Introduction: The role of eosinopenia as a marker of sepsis has recently been evaluated. The aim of our study was to test the value of eosinopenia as a diagnostic marker of sepsis in comparison to procalcitonin and C-reactive protein levels.
Methods: A prospective study of critically ill adult patients admitted to the medical intensive care unit at an urban hospital. Procalcitonin, C-reactive protein (CRP) levels and eosinophil counts were measured on admission. Patients were classified as non-infected or infected by the medical residents, fellows, and attendings.
Results: A total of 68 patients were enrolled into the study. At a cut-off value of 70 mg/L, the CRP level yielded a sensitivity of 94%, a specificity of 84%, a positive predicted value (PPV) of 83% and a negative predicted value (NPV) of 94%. At a cutoff value of 1.5 μg/L, the sensitivity of the procalcitonin test was 84%, specificity of 92%, PPV 90%, and NPV of 87%. The eosinophil cell count (cutoff of 50 cells/mm(3)) produced a sensitivity of 81%, specificity of 65%, a PPV of 66%, and a NPV of 80%. The comparison of the eosinophil cell count (<50 cells/mm(3)) and procalcitonin levels among the non-infected and infected groups showed a significant statistical difference (Fisher exact test, P = .0239). There was no statistical difference observed when comparisons were made between CRP levels and eosinophil count (Fisher exact test, P = .12). There was also a lack of significant statistical difference when CRP levels were compared to procalcitonin levels (Fisher exact test, P = .49).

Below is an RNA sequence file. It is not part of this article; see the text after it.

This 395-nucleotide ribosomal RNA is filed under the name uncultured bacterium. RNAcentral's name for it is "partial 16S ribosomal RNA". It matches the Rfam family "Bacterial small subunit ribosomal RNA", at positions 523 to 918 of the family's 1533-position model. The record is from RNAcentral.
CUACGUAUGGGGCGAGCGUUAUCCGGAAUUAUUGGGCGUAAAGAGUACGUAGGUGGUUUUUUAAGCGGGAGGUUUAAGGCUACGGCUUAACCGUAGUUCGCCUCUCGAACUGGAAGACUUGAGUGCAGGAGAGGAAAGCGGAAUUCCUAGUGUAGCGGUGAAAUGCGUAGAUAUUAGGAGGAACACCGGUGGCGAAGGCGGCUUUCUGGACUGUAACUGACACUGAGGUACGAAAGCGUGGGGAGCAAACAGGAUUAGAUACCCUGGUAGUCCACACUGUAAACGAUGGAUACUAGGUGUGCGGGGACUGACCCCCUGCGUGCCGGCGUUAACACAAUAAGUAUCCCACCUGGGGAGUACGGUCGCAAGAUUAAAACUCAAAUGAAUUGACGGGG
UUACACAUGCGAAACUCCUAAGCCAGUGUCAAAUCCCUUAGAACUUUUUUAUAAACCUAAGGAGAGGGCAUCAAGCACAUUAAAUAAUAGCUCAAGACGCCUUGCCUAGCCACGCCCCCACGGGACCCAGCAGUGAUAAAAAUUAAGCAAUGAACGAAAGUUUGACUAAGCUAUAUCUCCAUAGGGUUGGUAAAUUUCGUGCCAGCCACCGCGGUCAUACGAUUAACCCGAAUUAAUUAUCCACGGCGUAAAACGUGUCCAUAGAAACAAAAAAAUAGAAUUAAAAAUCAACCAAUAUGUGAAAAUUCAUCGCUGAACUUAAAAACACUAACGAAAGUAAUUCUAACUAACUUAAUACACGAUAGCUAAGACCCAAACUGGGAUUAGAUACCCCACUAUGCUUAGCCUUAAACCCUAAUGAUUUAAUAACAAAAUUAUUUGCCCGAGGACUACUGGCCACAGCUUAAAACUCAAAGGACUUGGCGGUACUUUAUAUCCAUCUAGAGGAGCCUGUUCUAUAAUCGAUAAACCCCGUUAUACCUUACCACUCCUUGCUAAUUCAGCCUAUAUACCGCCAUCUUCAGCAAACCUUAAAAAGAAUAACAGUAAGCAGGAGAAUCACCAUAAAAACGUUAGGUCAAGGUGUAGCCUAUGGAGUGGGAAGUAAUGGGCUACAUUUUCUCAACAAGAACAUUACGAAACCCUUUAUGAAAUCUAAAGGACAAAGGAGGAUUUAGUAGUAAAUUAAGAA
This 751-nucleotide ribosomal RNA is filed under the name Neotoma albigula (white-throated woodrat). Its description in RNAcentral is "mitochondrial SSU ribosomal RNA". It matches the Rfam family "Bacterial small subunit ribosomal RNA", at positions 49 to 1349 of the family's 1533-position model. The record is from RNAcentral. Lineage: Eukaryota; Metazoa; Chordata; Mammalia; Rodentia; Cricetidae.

Conclusion: Eosinopenia is a very sensitive yet not specific serological marker of sepsis in the intensive care unit and can be utilized to guide physicians in the diagnosis of sepsis.
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